This video reminds us that each child is a unique human being. It is inspired by the poem “Animal School”, originally written by George Reavis in 1939.
It is so easy to get caught up in a curriculum-driven agenda, particularly in the current climate of educational “accountability” and drive for standardized testing. Standardized (but often overstuffed) programs are designed around what society at large, and particular interest groups argue, that all people need to know.
“Many people have a hard time understanding the concepts of independence vs. interdependence, inclusion, multiple intelligences and cooperative learning. I thought a revision of The Animal School by George Reavis might explain it all.” Mary E. Ulrich
THE ANIMAL SCHOOL
by George Reavis
Once upon a time the animals got together and decided to start a school.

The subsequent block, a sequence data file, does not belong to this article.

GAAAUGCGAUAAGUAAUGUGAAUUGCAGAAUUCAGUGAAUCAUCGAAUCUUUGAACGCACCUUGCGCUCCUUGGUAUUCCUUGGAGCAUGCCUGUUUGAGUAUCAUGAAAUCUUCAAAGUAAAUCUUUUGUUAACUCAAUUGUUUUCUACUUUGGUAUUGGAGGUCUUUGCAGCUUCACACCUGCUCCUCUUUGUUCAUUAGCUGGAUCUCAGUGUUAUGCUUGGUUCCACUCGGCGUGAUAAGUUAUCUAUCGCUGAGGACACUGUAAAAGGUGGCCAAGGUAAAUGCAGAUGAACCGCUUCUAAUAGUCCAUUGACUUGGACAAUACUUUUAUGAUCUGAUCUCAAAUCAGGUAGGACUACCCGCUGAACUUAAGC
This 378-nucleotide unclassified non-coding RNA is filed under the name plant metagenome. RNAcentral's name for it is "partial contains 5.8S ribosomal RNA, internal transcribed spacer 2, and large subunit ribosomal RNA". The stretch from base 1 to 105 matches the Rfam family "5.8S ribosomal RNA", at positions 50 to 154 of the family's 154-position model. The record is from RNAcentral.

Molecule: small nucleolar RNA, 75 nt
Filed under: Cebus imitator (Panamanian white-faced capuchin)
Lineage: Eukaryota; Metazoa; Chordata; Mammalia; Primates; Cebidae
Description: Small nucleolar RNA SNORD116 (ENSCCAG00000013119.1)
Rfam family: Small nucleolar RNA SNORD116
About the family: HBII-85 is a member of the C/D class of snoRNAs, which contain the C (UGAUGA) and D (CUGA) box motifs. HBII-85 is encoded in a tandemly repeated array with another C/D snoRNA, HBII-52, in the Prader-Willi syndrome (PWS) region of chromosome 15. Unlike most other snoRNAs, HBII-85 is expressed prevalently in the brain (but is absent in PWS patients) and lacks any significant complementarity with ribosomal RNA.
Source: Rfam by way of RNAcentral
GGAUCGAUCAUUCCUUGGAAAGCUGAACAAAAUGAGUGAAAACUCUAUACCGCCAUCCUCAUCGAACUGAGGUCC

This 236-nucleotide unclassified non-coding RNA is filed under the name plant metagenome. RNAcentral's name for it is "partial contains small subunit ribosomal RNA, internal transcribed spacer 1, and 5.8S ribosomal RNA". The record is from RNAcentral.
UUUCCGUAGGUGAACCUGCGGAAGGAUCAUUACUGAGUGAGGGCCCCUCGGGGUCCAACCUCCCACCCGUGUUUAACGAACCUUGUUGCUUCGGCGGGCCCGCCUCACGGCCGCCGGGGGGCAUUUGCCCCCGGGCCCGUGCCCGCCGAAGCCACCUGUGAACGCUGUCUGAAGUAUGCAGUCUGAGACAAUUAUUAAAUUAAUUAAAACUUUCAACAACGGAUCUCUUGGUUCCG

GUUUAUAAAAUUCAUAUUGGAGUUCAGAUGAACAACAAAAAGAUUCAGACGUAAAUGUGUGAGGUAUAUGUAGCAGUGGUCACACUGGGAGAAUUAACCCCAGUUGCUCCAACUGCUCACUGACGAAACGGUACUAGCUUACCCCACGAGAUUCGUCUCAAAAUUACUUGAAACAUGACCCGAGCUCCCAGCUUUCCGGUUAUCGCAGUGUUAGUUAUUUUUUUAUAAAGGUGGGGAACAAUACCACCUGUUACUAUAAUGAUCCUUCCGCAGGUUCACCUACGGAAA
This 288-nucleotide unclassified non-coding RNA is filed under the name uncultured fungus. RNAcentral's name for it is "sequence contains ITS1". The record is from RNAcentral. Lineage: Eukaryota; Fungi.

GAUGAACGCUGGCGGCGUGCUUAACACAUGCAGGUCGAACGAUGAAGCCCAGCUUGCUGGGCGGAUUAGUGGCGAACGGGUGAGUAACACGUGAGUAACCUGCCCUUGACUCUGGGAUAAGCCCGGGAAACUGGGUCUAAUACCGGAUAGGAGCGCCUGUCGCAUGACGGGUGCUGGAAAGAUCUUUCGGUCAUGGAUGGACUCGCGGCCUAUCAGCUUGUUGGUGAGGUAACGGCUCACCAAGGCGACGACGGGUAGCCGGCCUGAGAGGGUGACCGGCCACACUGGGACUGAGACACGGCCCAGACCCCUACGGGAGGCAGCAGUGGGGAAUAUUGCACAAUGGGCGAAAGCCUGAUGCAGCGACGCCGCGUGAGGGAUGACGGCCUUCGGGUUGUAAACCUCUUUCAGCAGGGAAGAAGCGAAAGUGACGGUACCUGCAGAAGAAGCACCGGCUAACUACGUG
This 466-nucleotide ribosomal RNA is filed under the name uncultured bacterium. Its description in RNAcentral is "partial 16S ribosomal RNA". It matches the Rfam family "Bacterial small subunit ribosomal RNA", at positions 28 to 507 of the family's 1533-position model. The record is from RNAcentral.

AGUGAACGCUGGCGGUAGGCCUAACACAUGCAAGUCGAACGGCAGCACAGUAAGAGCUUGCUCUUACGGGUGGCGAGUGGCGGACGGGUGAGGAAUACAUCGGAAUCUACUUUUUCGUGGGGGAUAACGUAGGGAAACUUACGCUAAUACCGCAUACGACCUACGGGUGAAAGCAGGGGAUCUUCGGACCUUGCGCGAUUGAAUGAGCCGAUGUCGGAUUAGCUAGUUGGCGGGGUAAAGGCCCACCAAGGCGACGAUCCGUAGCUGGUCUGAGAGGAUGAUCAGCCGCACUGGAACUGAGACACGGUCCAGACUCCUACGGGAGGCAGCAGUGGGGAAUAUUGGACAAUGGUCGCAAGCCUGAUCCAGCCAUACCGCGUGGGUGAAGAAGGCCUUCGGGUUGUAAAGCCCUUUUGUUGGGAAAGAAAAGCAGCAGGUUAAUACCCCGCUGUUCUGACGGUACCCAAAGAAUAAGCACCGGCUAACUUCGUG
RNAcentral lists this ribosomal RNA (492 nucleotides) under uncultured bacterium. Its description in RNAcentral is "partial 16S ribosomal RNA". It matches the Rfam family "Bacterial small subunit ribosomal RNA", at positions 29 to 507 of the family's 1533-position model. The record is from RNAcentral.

The parents and teachers wanted to make everything FAIR, so they decided ALL the animals would take ALL the subjects. No exceptions.
The curriculum consisted of classes in swimming, running, flying and climbing. Each student would need a grade of C to pass. There would be a competition to see who could get the best grades.
Doug the duck was excellent in swimming, in fact, better than his instructor. But Doug made only passing grades in flying and was getting Fs in running and climbing.
At a team meeting, it was decided he needed to drop swimming and take remedial classes to practice running.
This continued until Doug the duck’s webbed feet were badly worn and he was only average in swimming.
But average, or C, was acceptable in school, so nobody worried about that—except Doug and his family.
Rene the Rabbit started at the top of her class in running. But she soon had a nervous breakdown because she was failing in climbing and the others made fun of her in flying and swimming classes. She passed the standardized tests but the last day of class she buried her books and said she would drop out.
Sam the Squirrel was excellent in running and climbing. He also had high marks in flying until the teacher read a research study that said everything should be taught from the ground-up, not the tree-top down.